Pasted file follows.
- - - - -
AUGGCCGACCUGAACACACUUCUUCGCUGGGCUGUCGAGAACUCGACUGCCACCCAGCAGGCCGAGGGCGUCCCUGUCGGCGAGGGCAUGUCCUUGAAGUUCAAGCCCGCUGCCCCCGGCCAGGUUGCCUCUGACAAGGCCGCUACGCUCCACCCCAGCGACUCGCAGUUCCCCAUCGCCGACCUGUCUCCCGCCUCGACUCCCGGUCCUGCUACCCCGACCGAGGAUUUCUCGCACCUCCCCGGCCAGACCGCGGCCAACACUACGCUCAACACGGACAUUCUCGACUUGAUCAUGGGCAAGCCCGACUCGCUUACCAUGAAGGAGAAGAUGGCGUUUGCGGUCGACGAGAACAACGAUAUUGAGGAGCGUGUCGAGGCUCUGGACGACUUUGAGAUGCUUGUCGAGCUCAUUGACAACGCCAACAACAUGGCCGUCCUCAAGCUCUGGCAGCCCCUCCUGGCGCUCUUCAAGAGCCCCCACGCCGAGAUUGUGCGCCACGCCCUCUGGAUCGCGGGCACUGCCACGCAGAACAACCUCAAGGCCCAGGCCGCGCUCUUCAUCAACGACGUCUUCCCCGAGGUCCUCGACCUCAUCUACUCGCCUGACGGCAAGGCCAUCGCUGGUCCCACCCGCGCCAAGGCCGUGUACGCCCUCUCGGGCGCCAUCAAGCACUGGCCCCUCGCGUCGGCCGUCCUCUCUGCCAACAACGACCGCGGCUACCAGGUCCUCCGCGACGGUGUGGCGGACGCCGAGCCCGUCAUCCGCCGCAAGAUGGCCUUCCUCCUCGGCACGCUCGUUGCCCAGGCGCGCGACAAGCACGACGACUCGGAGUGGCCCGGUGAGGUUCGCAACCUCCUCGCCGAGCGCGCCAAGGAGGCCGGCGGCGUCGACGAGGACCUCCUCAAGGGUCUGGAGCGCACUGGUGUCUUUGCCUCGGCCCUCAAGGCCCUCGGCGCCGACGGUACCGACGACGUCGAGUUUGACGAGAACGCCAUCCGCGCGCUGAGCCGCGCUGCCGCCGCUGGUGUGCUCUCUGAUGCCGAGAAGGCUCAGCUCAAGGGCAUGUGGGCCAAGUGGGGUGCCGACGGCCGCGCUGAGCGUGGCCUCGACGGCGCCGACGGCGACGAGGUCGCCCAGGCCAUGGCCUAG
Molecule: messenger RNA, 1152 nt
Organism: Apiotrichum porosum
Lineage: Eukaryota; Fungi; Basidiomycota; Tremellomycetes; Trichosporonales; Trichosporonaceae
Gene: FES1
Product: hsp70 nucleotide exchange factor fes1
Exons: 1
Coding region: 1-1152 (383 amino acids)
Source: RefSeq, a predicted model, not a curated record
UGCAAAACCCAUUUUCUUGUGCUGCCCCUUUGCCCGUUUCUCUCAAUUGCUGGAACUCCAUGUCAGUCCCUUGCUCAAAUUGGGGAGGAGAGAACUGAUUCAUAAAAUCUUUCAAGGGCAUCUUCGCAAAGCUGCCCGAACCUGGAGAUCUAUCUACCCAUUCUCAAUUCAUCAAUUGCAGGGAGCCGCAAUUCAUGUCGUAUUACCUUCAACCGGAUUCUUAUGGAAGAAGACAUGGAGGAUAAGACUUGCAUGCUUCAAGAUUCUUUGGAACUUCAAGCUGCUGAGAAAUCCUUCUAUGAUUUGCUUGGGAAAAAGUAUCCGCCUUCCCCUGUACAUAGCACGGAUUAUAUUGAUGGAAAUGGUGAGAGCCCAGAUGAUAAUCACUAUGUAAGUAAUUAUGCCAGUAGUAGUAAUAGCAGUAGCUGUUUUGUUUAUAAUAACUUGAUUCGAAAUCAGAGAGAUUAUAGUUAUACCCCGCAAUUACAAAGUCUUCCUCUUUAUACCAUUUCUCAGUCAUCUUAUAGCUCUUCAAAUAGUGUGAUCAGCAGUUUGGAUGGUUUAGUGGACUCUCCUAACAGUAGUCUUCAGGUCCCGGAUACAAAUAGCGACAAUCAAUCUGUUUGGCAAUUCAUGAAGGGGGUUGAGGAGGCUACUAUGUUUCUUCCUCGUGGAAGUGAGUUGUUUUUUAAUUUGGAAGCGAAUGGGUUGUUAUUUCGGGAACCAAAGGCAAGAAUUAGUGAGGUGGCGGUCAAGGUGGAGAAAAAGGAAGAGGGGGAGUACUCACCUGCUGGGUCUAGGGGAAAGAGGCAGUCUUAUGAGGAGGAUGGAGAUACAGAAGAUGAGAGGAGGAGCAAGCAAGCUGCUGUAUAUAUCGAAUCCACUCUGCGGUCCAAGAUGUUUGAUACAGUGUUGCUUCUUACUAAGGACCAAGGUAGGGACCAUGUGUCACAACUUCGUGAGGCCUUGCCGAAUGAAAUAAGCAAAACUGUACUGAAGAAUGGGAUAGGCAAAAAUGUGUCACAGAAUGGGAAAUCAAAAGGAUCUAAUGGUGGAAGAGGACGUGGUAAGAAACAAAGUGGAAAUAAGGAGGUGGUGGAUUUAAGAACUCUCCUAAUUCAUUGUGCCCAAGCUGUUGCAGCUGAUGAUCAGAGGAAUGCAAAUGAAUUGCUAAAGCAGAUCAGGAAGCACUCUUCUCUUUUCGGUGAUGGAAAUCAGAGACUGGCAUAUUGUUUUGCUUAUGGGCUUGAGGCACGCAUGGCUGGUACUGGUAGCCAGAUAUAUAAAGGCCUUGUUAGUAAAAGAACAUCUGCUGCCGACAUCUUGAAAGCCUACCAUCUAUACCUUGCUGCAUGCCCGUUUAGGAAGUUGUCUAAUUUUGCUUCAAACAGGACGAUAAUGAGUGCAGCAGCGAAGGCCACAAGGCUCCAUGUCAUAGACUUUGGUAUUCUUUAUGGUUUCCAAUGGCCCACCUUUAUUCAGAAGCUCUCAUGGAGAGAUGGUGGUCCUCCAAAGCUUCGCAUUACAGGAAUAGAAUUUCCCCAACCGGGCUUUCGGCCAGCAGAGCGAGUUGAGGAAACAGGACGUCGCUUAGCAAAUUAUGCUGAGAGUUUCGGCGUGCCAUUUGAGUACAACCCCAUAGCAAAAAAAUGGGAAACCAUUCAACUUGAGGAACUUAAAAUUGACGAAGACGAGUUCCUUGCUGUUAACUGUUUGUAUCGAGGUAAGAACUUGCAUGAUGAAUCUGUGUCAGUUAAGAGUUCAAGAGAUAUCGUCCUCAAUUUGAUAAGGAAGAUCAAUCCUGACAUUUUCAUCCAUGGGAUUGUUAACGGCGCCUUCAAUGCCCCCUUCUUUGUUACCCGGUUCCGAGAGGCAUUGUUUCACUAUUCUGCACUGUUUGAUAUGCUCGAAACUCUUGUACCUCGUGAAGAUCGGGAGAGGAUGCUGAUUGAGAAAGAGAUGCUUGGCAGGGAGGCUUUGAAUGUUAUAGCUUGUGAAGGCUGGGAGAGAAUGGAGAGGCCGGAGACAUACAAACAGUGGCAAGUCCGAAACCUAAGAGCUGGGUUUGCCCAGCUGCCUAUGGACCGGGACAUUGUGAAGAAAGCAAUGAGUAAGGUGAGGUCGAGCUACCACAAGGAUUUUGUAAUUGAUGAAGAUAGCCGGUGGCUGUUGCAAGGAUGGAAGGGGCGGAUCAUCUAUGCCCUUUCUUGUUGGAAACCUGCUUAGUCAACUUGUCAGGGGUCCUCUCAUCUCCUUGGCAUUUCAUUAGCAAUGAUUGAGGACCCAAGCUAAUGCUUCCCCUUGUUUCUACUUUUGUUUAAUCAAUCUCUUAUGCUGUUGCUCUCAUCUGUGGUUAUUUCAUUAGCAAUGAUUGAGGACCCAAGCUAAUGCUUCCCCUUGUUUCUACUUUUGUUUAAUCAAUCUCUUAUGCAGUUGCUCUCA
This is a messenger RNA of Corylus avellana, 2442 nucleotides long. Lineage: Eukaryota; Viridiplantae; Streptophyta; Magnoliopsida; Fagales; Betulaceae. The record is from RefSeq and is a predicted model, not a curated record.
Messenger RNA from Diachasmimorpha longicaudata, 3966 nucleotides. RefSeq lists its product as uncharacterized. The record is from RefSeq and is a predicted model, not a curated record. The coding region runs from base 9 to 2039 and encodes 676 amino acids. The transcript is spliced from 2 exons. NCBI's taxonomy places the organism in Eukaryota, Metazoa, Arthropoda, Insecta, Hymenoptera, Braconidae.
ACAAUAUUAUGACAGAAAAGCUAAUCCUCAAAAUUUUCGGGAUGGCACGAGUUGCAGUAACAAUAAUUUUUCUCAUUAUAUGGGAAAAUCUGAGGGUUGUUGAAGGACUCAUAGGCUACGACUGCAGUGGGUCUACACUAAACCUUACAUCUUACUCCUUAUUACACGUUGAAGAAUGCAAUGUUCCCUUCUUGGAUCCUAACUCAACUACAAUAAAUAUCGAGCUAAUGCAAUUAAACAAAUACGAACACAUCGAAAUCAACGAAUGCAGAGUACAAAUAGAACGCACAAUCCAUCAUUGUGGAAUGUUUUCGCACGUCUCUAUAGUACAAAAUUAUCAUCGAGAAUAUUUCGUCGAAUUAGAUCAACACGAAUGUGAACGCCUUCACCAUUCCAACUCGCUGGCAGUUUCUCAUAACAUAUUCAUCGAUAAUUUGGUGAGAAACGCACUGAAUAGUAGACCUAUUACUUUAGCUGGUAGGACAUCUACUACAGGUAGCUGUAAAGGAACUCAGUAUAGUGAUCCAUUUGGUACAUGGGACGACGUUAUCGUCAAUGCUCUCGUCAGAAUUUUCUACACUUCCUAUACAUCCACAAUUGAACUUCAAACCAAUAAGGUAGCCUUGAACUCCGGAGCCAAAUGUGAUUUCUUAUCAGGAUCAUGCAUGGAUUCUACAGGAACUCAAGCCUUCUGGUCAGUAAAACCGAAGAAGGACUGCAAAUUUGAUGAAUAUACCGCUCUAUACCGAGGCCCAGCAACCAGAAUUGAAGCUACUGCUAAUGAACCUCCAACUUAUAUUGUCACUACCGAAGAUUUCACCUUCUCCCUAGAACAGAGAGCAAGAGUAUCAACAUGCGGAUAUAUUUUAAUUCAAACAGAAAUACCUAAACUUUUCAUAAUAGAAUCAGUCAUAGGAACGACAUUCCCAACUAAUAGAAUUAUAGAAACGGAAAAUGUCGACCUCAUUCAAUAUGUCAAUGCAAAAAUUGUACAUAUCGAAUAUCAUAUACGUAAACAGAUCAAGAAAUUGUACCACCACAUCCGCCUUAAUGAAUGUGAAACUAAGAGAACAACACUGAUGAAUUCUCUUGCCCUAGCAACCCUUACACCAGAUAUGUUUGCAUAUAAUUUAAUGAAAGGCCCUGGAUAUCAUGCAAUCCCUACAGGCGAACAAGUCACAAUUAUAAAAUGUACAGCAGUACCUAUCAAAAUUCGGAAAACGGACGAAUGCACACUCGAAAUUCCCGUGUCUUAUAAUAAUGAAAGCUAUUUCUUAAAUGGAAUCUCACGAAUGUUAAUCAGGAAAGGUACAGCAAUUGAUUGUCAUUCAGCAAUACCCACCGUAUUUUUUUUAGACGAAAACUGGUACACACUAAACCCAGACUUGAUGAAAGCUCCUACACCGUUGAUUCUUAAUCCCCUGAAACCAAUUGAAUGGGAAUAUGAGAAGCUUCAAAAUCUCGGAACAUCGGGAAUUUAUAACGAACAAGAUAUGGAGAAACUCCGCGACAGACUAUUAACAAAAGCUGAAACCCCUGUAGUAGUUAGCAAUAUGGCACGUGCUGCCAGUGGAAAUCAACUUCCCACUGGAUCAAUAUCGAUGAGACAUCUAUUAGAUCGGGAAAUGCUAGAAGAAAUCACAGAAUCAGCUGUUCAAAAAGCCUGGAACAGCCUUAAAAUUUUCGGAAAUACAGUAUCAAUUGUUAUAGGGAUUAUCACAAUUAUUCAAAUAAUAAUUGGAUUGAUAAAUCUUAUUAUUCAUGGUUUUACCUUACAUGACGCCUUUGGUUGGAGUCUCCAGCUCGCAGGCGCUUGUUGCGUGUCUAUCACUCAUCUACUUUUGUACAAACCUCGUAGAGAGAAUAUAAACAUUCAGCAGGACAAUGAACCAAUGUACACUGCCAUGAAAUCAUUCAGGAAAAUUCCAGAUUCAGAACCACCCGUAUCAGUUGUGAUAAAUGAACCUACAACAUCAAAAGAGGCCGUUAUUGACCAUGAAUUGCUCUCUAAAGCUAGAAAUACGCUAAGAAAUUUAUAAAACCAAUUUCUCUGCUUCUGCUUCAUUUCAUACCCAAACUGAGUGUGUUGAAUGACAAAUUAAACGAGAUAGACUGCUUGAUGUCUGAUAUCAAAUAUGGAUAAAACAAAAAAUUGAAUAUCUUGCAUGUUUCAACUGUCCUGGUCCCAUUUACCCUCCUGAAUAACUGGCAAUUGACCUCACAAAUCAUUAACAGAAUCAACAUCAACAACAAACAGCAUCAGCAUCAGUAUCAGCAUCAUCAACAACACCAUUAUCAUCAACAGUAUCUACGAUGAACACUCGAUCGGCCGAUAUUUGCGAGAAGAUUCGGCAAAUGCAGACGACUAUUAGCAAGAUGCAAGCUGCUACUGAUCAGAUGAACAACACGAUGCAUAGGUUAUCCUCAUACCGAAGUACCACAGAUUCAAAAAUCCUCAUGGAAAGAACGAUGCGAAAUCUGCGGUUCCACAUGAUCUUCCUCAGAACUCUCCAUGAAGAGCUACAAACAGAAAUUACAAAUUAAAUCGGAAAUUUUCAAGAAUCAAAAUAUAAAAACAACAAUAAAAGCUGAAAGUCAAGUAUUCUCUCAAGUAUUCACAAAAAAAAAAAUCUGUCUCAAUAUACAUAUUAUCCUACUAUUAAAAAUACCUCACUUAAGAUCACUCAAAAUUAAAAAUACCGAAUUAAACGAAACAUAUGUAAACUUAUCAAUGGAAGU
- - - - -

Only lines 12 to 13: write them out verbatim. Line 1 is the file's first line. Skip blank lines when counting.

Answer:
Messenger RNA from Diachasmimorpha longicaudata, 3966 nucleotides. RefSeq lists its product as uncharacterized. The record is from RefSeq and is a predicted model, not a curated record. The coding region runs from base 9 to 2039 and encodes 676 amino acids. The transcript is spliced from 2 exons. NCBI's taxonomy places the organism in Eukaryota, Metazoa, Arthropoda, Insecta, Hymenoptera, Braconidae.
ACAAUAUUAUGACAGAAAAGCUAAUCCUCAAAAUUUUCGGGAUGGCACGAGUUGCAGUAACAAUAAUUUUUCUCAUUAUAUGGGAAAAUCUGAGGGUUGUUGAAGGACUCAUAGGCUACGACUGCAGUGGGUCUACACUAAACCUUACAUCUUACUCCUUAUUACACGUUGAAGAAUGCAAUGUUCCCUUCUUGGAUCCUAACUCAACUACAAUAAAUAUCGAGCUAAUGCAAUUAAACAAAUACGAACACAUCGAAAUCAACGAAUGCAGAGUACAAAUAGAACGCACAAUCCAUCAUUGUGGAAUGUUUUCGCACGUCUCUAUAGUACAAAAUUAUCAUCGAGAAUAUUUCGUCGAAUUAGAUCAACACGAAUGUGAACGCCUUCACCAUUCCAACUCGCUGGCAGUUUCUCAUAACAUAUUCAUCGAUAAUUUGGUGAGAAACGCACUGAAUAGUAGACCUAUUACUUUAGCUGGUAGGACAUCUACUACAGGUAGCUGUAAAGGAACUCAGUAUAGUGAUCCAUUUGGUACAUGGGACGACGUUAUCGUCAAUGCUCUCGUCAGAAUUUUCUACACUUCCUAUACAUCCACAAUUGAACUUCAAACCAAUAAGGUAGCCUUGAACUCCGGAGCCAAAUGUGAUUUCUUAUCAGGAUCAUGCAUGGAUUCUACAGGAACUCAAGCCUUCUGGUCAGUAAAACCGAAGAAGGACUGCAAAUUUGAUGAAUAUACCGCUCUAUACCGAGGCCCAGCAACCAGAAUUGAAGCUACUGCUAAUGAACCUCCAACUUAUAUUGUCACUACCGAAGAUUUCACCUUCUCCCUAGAACAGAGAGCAAGAGUAUCAACAUGCGGAUAUAUUUUAAUUCAAACAGAAAUACCUAAACUUUUCAUAAUAGAAUCAGUCAUAGGAACGACAUUCCCAACUAAUAGAAUUAUAGAAACGGAAAAUGUCGACCUCAUUCAAUAUGUCAAUGCAAAAAUUGUACAUAUCGAAUAUCAUAUACGUAAACAGAUCAAGAAAUUGUACCACCACAUCCGCCUUAAUGAAUGUGAAACUAAGAGAACAACACUGAUGAAUUCUCUUGCCCUAGCAACCCUUACACCAGAUAUGUUUGCAUAUAAUUUAAUGAAAGGCCCUGGAUAUCAUGCAAUCCCUACAGGCGAACAAGUCACAAUUAUAAAAUGUACAGCAGUACCUAUCAAAAUUCGGAAAACGGACGAAUGCACACUCGAAAUUCCCGUGUCUUAUAAUAAUGAAAGCUAUUUCUUAAAUGGAAUCUCACGAAUGUUAAUCAGGAAAGGUACAGCAAUUGAUUGUCAUUCAGCAAUACCCACCGUAUUUUUUUUAGACGAAAACUGGUACACACUAAACCCAGACUUGAUGAAAGCUCCUACACCGUUGAUUCUUAAUCCCCUGAAACCAAUUGAAUGGGAAUAUGAGAAGCUUCAAAAUCUCGGAACAUCGGGAAUUUAUAACGAACAAGAUAUGGAGAAACUCCGCGACAGACUAUUAACAAAAGCUGAAACCCCUGUAGUAGUUAGCAAUAUGGCACGUGCUGCCAGUGGAAAUCAACUUCCCACUGGAUCAAUAUCGAUGAGACAUCUAUUAGAUCGGGAAAUGCUAGAAGAAAUCACAGAAUCAGCUGUUCAAAAAGCCUGGAACAGCCUUAAAAUUUUCGGAAAUACAGUAUCAAUUGUUAUAGGGAUUAUCACAAUUAUUCAAAUAAUAAUUGGAUUGAUAAAUCUUAUUAUUCAUGGUUUUACCUUACAUGACGCCUUUGGUUGGAGUCUCCAGCUCGCAGGCGCUUGUUGCGUGUCUAUCACUCAUCUACUUUUGUACAAACCUCGUAGAGAGAAUAUAAACAUUCAGCAGGACAAUGAACCAAUGUACACUGCCAUGAAAUCAUUCAGGAAAAUUCCAGAUUCAGAACCACCCGUAUCAGUUGUGAUAAAUGAACCUACAACAUCAAAAGAGGCCGUUAUUGACCAUGAAUUGCUCUCUAAAGCUAGAAAUACGCUAAGAAAUUUAUAAAACCAAUUUCUCUGCUUCUGCUUCAUUUCAUACCCAAACUGAGUGUGUUGAAUGACAAAUUAAACGAGAUAGACUGCUUGAUGUCUGAUAUCAAAUAUGGAUAAAACAAAAAAUUGAAUAUCUUGCAUGUUUCAACUGUCCUGGUCCCAUUUACCCUCCUGAAUAACUGGCAAUUGACCUCACAAAUCAUUAACAGAAUCAACAUCAACAACAAACAGCAUCAGCAUCAGUAUCAGCAUCAUCAACAACACCAUUAUCAUCAACAGUAUCUACGAUGAACACUCGAUCGGCCGAUAUUUGCGAGAAGAUUCGGCAAAUGCAGACGACUAUUAGCAAGAUGCAAGCUGCUACUGAUCAGAUGAACAACACGAUGCAUAGGUUAUCCUCAUACCGAAGUACCACAGAUUCAAAAAUCCUCAUGGAAAGAACGAUGCGAAAUCUGCGGUUCCACAUGAUCUUCCUCAGAACUCUCCAUGAAGAGCUACAAACAGAAAUUACAAAUUAAAUCGGAAAUUUUCAAGAAUCAAAAUAUAAAAACAACAAUAAAAGCUGAAAGUCAAGUAUUCUCUCAAGUAUUCACAAAAAAAAAAAUCUGUCUCAAUAUACAUAUUAUCCUACUAUUAAAAAUACCUCACUUAAGAUCACUCAAAAUUAAAAAUACCGAAUUAAACGAAACAUAUGUAAACUUAUCAAUGGAAGU